Remembering loved ones at hospice walk in Shrewsbury
More than 200 people filed through Shrewsbury's Quarry park thinking of loved ones for the first Forget Me Not Walk in aid of the Severn Hospice.
The new event invited families and friends to wear the hospice's yellow and walk five kilometres around the park to remember people they have lost.
People young and old enjoyed decent weather on the walk, including some families of two or three generations.
One of the younger fundraisers was 10-year-old Chloe Powell, from Shifnal, who was walking for her dad Ade.
He was diagnosed with bowel cancer in the summer of 2016 and went through several rounds of chemotherapy and radiotherapy while being cared for by the hospice. He died on Valentine's Day last year.
Chloe said that her dad was cared for well at the hospice, and that she made some firm friends among the nursing staff.
Ade was able to come home for Christmas during his treatment, and Chloe said that the nurses took time to speak with her and ask her about school.
She was invited to become an ambassador for the walk after deciding to raise money through a bake sale, which made £530.
"I want to make my dad proud," Chloe said at the Quarry. "He liked it at the hospice, he preferred it to the hospital."
She was accompanied by mum Leanne and grandmother Michelle.
The family of Sophie Breakwell, who died aged only 29 in February, also turned out in support.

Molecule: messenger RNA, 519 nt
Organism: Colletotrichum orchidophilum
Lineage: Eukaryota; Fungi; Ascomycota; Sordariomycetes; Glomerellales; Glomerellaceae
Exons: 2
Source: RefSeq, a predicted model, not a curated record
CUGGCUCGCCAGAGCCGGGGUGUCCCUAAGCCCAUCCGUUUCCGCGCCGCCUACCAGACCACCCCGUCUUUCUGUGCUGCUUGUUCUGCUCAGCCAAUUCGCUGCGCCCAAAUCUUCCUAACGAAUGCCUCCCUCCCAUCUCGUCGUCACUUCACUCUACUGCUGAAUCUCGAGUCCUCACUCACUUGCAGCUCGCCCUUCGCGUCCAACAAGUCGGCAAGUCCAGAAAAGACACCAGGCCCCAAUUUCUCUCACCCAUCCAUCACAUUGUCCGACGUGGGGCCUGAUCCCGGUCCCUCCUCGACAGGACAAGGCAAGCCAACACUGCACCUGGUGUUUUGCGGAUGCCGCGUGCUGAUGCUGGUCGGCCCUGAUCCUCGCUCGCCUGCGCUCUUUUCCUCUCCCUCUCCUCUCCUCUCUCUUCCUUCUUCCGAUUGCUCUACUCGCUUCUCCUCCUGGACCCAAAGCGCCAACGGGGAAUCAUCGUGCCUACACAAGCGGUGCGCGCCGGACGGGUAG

Sophie became ill with sarcoma last year, and was told she had four to six weeks to live.
But she battled on for five months, and married fiance Adam Gretton while in the hospice.
Adam's mother Sharron was bowled over by the support the hospice gave the young couple, and took part in the Forget Me Not Walk with Adam's cousin Heidi Smith.
Sharron described how the nurses installed a poster of a beach scene on the ceiling above Sophie's bed to help her feel at peace.
"They just went above and beyond," she said. "Sophie loved the hospice.
"They were brilliant, not just for Sophie, but for all of us.
"The way to describe it is that it is full of angels. That's what Sophie used to say."
Vicki Rawlings was walking for her mother Shirley, and childhood friend Helen Chapman accompanied her.
Vicki, from Shrewsbury, said: "I'm here because I lost my mum eight years ago now. She had lung and brain tumours.
"Severn Hospice were fantastic in the care they gave her.
"They were always there, they couldn't do enough really. The nurses were fantastic, we still see some of them around and they do stop and have a chat.
"My dad used to go there most days and they used to make his tea up so he could be there with my mum."
Helen, from Market Drayton, said: "I've been friends with Vicki since we were teenagers so I knew Shirley a long time.
"Vicki asked me to come along, I wanted to support her. It is for such a good cause."
Another ambassador for the event was Julie Davies from Oswestry, who lost her dad Jim Lloyd to bowel cancer.
"I used to think the hospice is just somewhere people go to die, like a hospital," she said.
"But it's not like that, it's hard to explain. It's very peaceful and very tranquil.
"It's all relaxed, there is nothing rushed.
"When dad realised that it was going to be palliative care and he was going to go in there, the fight seemed to go out of him. He made peace with it.
"They also cared for me, my brother and my sisters."
Since Jim died, Julie has run the London Marathon for the hospice every year except 2016, and is keen to keep raising money and awareness for the services they provide.
She walked on the day with a host of family members.